Charity Sparrow was born in 1640 in Anne Arundel County, Maryland. She is my 11th great-grandmother (Cassi’s 12th). She was the daughter of Thomas Sparrow (1620-1674) and Elizabeth Kinsey Sparrow (1615-1714). She and her family were some of the first settlers in the Maryland Colony.
Charity married Richard Tydings (1638-1686) in 1667 at Choptank, Anne Arundel County, Maryland, United States. He was the son of John Tydings (1610-1657) and unknown mother. Richard and Charity Sparrow Tydings had the following 9 known children: Letitia, Elizabeth, Charity, Sarah, Pretitia, Mary, Charles, Richard and John. Our family line descended from her daughter, Pretitia.
Charity’s father, Thomas Sparrow, one of the area’s first settlers, was known as a “fearless Quaker Preacher” and Constable. He was also a planter and landowner, which included a parcel of land called Sparrow’s Point granted to him by Cecil Calvert, 2nd Baron Baltimore, who was the first Proprietor and Proprietary Governor of the Province of Maryland. Thomas’s son, Solomon, made a home there, calling it “Sparrow’s Nest”.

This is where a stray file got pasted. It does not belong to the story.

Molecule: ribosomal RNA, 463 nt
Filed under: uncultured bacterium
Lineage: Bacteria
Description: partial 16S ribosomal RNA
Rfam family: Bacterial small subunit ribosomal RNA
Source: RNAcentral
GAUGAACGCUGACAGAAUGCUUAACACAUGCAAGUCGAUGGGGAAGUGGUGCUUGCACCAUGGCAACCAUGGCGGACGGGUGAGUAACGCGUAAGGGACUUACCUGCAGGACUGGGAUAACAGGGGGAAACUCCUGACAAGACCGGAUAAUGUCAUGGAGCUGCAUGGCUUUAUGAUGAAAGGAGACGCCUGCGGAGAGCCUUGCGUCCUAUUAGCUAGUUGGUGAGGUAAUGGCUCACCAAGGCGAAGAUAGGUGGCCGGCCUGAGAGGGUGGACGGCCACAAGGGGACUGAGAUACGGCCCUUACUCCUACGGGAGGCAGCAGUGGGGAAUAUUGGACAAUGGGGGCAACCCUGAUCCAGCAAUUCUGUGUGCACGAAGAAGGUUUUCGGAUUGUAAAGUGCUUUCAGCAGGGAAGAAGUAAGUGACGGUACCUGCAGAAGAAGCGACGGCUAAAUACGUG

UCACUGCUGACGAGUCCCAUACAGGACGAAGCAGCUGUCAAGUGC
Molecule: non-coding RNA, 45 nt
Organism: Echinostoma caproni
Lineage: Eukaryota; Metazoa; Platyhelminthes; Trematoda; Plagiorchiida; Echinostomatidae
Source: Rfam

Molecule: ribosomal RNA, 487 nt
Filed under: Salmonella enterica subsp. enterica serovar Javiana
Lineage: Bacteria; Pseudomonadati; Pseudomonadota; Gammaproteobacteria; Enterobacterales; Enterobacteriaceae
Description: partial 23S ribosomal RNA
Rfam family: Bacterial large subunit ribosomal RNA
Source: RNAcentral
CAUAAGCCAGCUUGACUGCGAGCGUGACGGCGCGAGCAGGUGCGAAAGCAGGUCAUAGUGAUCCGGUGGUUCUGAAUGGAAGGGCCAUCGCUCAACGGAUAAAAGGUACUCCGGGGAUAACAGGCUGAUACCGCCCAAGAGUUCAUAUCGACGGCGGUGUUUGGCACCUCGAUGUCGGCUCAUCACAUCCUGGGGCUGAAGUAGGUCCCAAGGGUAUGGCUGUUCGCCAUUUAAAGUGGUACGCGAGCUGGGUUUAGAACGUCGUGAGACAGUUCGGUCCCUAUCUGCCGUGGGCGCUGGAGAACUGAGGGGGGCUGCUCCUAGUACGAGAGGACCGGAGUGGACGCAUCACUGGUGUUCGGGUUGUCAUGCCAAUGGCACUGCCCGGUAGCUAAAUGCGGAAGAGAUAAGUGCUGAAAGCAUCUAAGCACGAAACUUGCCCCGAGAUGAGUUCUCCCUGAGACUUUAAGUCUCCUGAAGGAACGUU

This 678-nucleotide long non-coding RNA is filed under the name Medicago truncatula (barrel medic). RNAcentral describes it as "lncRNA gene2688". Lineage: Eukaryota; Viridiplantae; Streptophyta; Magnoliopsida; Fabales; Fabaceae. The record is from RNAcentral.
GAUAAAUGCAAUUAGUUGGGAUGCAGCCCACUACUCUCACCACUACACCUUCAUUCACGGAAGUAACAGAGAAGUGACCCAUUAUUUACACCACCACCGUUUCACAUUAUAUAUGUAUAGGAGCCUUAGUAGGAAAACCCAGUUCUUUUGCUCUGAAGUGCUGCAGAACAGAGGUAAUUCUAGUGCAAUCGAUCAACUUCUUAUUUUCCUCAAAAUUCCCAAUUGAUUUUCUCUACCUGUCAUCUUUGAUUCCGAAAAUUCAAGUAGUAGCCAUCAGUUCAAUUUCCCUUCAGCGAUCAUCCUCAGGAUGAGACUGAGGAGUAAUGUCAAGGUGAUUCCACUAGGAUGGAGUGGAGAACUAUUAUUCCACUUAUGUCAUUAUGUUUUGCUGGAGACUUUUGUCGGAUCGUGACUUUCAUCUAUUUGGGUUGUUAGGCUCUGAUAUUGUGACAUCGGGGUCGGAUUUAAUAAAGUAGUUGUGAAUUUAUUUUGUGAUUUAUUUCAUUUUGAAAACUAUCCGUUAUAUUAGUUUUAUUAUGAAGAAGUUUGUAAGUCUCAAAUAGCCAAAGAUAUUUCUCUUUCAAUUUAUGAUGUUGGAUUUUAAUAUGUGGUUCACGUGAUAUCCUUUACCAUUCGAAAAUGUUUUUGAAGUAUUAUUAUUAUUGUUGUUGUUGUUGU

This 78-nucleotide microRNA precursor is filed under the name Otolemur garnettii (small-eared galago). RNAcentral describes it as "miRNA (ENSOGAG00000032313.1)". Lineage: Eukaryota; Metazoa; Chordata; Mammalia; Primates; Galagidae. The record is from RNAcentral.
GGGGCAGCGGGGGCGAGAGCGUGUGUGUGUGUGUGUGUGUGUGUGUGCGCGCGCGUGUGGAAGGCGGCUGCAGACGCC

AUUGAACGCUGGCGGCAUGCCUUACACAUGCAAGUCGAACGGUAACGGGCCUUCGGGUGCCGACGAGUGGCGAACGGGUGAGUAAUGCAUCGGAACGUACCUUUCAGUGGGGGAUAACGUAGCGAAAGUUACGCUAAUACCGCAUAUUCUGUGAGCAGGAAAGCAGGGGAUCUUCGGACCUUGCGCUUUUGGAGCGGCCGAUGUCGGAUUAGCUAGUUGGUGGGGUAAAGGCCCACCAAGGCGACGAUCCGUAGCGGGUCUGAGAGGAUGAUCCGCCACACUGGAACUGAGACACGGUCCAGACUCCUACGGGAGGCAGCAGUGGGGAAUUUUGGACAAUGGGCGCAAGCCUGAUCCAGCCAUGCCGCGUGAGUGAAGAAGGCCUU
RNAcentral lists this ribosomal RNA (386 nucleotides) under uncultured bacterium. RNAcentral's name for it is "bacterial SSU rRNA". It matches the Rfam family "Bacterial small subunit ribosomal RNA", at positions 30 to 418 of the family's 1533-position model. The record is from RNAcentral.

The Pennsylvania Steel Company began making steel at Sparrow’s Point in 1889, and by the mid-20th century, the Sparrow’s Point plant was the world’s largest steel mill and was purchased by Bethlehem Steel in 1916. Steel from the plant played a part in the industrialization of our country, also instrumental in making steel for war efforts as well as for landmarks such as the Golden Gate Bridge.
Charity died in 1687 in Anne Arundel County, Maryland, at the age of 47. Pretitia was born in 1680 in Anne Arundel County, Maryland, she married Dutton Lane in 1695. They had one child, Richard, who was born in 1702. Pretitia died on February 2, 1734, at the age of 54.
So, now that you know a little history (thanks, Ancestry.com and Wikipedia) you may still be asking why a blog using her name. I’ll explore that one in my next post.